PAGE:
Methods used to measure and correct for magnification of ONH parameters using OCT have been described in detail previously.14 ONH parameters were measured using the ‘fast’ optic-disc scanning protocol. Three optic disc ‘fast’ scans were performed without making any changes to the scan placement and were averaged before analysis. A single experienced operator performed over 90% of scans. Scans were performed using the default settings for the StratusOCT (axial length 24.46 mm and refraction 0 dioptres), consistent with usual clinical practice, and were only accepted if they were free of artefacts, showed complete cross-sectional images and had signal strengths of at least 5. Ocular and instrument magnification was corrected using a standard formula,14 and the same correction was used for area and linear measurements.
A qualitative side-by-side analysis was also performed. This involved comparing the OCT optic disc printouts with the digital photographs in 20 cases of the smallest vertical disc diameters measured by planimetry, 20 cases of the largest disc diameter and 20 cases where the measured vertical disc diameter was close to the mean for the population (totalling 60 cases). OCT was classified as an overestimation when the OCT measurement of the disc diameter was more than 0.1 mm larger than measured by planimetry (‘gold-standard’) and classified as underestimation when smaller than 0.1 mm.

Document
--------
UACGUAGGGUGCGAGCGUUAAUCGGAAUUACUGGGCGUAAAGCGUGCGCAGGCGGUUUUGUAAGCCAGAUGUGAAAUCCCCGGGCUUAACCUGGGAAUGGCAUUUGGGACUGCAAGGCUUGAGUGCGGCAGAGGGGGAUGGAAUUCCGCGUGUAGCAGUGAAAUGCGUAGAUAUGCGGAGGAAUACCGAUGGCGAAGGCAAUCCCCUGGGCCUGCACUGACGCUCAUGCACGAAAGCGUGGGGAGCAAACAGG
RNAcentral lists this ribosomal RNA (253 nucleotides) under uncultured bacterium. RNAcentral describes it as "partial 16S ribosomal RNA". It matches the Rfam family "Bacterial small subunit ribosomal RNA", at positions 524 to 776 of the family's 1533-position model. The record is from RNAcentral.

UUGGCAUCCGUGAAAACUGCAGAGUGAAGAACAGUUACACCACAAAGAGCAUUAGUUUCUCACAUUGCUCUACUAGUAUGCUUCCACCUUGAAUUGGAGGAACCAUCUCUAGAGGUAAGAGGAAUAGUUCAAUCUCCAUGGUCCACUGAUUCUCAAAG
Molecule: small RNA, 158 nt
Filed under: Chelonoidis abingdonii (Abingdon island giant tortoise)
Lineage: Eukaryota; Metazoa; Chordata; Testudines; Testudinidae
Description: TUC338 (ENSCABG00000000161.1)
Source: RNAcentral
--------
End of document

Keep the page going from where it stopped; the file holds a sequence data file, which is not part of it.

Only right eyes were used in our analyses. Children with amblyopia and any ocular or systemic pathology (including glaucoma, optic nerve and retinal pathology) were excluded from analyses. χ2 tests were used to compare males and females for characteristics including ethnicity. The Student t test was used to compare differences in age, SER, axial length and height. This test was also used to assess the influence of sex, the presence of visible lamina cribrosa pores and cilioretinal arteries on ONH parameters. Paired t tests were used to compare planimetric against OCT measurements. Finally, generalised linear models were created to assess the influences of α- and β-PPA on SER and axial length after adjusting for confounders including age, sex and ethnicity. Generalised linear models were also used to assess associations between the presence of cilioretinal arteries and ONH parameters, after adjusting for age, sex, ethnicity and axial length. Analyses were performed using SAS software (v.9.1.3).